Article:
Monday, August 31, 2015

Metaphoric Language for the Divine (the Son's Birth and Kingly Rule)

I want to avoid undue speculation here, but it's possible that events which Scripture reports transpiring in the spirit realm are usually metaphorically tinged. I desire to avoid the position, however, that says one can never speak literally about God. Nevertheless, when Jehovah "speaks" to His spirit sons while convening the heavenly council, which is reported in 1 Kings 22:19-23, the description probably should not be taken literally. In other words, God cannot have a voice in the same way that humans have voices since "He" is not human (Num. 23:19), lacks a larynyx (etc.) and there is evidently no way for sound waves to travel in the spirit realm because it is more than likely devoid of matter or atmospheric conditions which makes vocal sounds possible. John Sanders also seems to make an excellent point when he notes:

"When God is said to be a husband, father and friend, these metaphors depend on the reality of God's being a personal agent" (The God Who Risks, page 26).

The point I want to extract from Sander's comment is that when the Bible speaks about God being a husband, father or friend, it is employing metaphorical language. God doesn't literally have a wife and He is not a friend to me in the same way that my human friends are. The same principle applies to my relationship with Jehovah as Father or when it comes to His relationship with Jerusalem above (Gal. 4:26)--his figurative wife.

Having said the foregoing, however, I want to make it clear that I think it is still possible to speak literally (i.e., non-metaphorically) about certain spiritual realities. A medieval thinker named Duns Scotus set forth the possibility that we can speak univocally about God and creatures. The late William Alston did work in our time on this same question.

One example of metaphorical uses in Scripture might be Col. 1:15. PRWTOTOKOS is possibly a metaphor that is not to be construed literally: (1) For according to Scripture, Christ was not really born, but he was created since John calls him, the ARXH THS KTISEWS (Rev. 3:14). The term "born" (and its derivatives or cognates) is used metaphorically in the Hebrew Scriptures to describe the divine act of bringing forth a contingent entity. Ps. 90:2 refers to the "birth" of mountains actually created by God. Isa. 66:7-8 depicts Zion giving birth to sons and a land in one day. But the context shows that God is the one who causes Zion to bring forth sons in a figurative sense. He too produces the land spoken of in this verse in that He is responsible for the repatriation of Judah and causes her to teem. By returning Judah to her homeland, God "creates" a new heaven and a new earth (Isa. 65:17ff). However, the prophet also employs birth language to delineate this event.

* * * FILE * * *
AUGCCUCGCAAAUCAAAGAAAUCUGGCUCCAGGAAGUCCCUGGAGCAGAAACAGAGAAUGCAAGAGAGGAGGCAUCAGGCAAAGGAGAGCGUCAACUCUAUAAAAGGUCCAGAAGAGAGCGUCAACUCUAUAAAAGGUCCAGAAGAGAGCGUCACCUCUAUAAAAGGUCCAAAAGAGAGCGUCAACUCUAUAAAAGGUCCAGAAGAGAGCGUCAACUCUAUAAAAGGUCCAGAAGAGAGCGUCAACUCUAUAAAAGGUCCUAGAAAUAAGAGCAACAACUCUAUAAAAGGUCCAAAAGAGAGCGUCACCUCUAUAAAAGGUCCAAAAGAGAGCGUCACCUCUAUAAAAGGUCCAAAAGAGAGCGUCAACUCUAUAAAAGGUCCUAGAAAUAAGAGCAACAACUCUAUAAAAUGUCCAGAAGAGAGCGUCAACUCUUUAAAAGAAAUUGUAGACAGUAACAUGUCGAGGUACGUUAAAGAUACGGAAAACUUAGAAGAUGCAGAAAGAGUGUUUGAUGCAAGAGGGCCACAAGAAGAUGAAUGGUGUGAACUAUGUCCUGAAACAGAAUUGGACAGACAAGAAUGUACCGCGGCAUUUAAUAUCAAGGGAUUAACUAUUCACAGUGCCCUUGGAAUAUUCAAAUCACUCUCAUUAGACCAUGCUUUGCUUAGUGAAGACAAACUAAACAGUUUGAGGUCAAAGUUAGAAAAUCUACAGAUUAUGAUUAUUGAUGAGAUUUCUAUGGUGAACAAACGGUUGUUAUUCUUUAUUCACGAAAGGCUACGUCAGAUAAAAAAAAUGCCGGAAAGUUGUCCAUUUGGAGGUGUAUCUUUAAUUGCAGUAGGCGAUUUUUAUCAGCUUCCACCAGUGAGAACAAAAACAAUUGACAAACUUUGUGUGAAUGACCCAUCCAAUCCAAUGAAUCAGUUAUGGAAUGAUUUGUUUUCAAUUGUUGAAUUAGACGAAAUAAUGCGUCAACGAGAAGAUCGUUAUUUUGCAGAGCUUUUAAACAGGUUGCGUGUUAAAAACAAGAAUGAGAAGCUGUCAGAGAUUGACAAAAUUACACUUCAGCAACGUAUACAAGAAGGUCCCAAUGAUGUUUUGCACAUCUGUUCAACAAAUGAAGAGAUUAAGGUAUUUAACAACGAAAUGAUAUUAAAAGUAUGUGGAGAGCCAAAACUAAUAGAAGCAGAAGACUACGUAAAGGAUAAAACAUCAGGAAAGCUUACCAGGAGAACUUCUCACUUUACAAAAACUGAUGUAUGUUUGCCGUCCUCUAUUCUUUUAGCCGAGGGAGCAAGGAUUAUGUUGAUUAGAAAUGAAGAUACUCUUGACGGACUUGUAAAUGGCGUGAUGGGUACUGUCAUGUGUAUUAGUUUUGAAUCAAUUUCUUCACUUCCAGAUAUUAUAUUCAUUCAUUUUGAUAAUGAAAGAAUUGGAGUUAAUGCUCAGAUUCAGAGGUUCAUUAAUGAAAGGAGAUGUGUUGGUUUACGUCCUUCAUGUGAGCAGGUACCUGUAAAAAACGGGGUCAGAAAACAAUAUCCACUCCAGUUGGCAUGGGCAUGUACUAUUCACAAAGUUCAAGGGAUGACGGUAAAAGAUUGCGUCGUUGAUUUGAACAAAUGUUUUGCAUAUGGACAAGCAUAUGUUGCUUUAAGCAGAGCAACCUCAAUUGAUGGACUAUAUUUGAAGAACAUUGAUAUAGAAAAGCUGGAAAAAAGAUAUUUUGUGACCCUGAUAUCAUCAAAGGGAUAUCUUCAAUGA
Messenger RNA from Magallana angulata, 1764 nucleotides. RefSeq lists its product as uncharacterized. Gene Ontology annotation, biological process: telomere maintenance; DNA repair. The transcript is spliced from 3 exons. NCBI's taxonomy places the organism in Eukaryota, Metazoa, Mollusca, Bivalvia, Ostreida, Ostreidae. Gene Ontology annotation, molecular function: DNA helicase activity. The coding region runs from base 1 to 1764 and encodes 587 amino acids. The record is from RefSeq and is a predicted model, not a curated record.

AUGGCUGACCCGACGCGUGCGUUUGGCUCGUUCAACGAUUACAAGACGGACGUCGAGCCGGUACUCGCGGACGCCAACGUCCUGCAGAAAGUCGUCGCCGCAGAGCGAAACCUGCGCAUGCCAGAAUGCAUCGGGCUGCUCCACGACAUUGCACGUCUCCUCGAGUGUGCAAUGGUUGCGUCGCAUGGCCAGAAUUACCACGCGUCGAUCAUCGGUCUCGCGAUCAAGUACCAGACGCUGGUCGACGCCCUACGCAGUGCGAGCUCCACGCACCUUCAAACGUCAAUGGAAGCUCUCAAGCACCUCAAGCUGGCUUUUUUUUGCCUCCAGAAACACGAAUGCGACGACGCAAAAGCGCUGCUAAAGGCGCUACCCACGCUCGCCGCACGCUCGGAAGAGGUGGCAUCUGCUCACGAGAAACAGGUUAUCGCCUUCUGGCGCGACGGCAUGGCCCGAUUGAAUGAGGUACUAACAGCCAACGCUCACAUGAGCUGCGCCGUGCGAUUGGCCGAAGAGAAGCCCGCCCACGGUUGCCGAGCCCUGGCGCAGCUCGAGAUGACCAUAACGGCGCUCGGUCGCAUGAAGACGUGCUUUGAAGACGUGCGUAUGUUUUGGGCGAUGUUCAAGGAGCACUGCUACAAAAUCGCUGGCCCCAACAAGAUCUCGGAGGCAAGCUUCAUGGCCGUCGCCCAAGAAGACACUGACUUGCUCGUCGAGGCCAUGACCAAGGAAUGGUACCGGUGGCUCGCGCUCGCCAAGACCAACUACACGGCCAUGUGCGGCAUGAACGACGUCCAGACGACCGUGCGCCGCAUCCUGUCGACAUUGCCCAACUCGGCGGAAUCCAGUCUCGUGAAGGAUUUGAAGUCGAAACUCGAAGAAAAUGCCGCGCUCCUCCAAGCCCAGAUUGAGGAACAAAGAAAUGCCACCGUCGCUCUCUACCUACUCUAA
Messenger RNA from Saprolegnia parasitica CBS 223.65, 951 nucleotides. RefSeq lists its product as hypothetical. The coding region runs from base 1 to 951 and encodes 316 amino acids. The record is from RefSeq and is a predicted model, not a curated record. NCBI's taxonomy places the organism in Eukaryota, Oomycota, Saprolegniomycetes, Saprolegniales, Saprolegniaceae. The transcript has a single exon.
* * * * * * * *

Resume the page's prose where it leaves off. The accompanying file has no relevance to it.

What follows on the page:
BDB Hebrew and English Lexicon likewise shows that God figuratively becomes a Father to the Son in that He installs His anointed one upon Zion, His holy mountain (Ps. 2:7). Even in its Messianic sense, the term "Son" in the second psalm only has reference to the king's function; it does not convey the thought of a divine generatio but rather "an investiture with royal dignity." Artur Weiser points out that the OT rejects the notion of God literally procreating a kingly human son (Ps. 89:26). The psalmist, he observes, excludes the view of God physically generating the Israelite king by employing the word "today" and the familiar adoption formula "you are my son" in connection with the generative language of Ps. 2:7. The King consequently becomes God's Son through the process of enthronement. He is thus YHWH's vice-regent and figurative royal offspring; the language in the second psalm turns out to be metaphorical.


Sean Killackey said...

Hi Edgar,
On a similar subject: In traditional Trinitarian thought is Jesus begotten
when he is born of Mary, raised from the dead, or in his divine nature (and would this be eternal generation?). I have seen most often the first two, but I am getting the feeling that such is not the case. Augustine says that Jesus coming in the flesh is not his being begotten, but his being sent, and that his being begotten is before all creation - is this still the accepted interpretation?

And what is your view on the traditional interpretation of "begotten?"

Edgar Foster said...

Hi Sean,

There are different Trinitarian interpretations of the begettal passages contained in scripture, but Nicaea declared and the post-Nicenes generally affirmed that the Son is eternally begotten of the Father from the ages of the ages (i.e., timelessly or eternally). The Counsil of 325 Ce stated that the Son is begotten, not created. Augustine speaks of the eternal generation as something that occurs to the preincarnate Christ, as you say, before all creation. But see Millard Erickson for an opposing viewpoint. I have a blog entry on him.

I guess my view of the begotten language is that it is metaphorical. I cannot make sense (logically) of the eternal generation doctrine.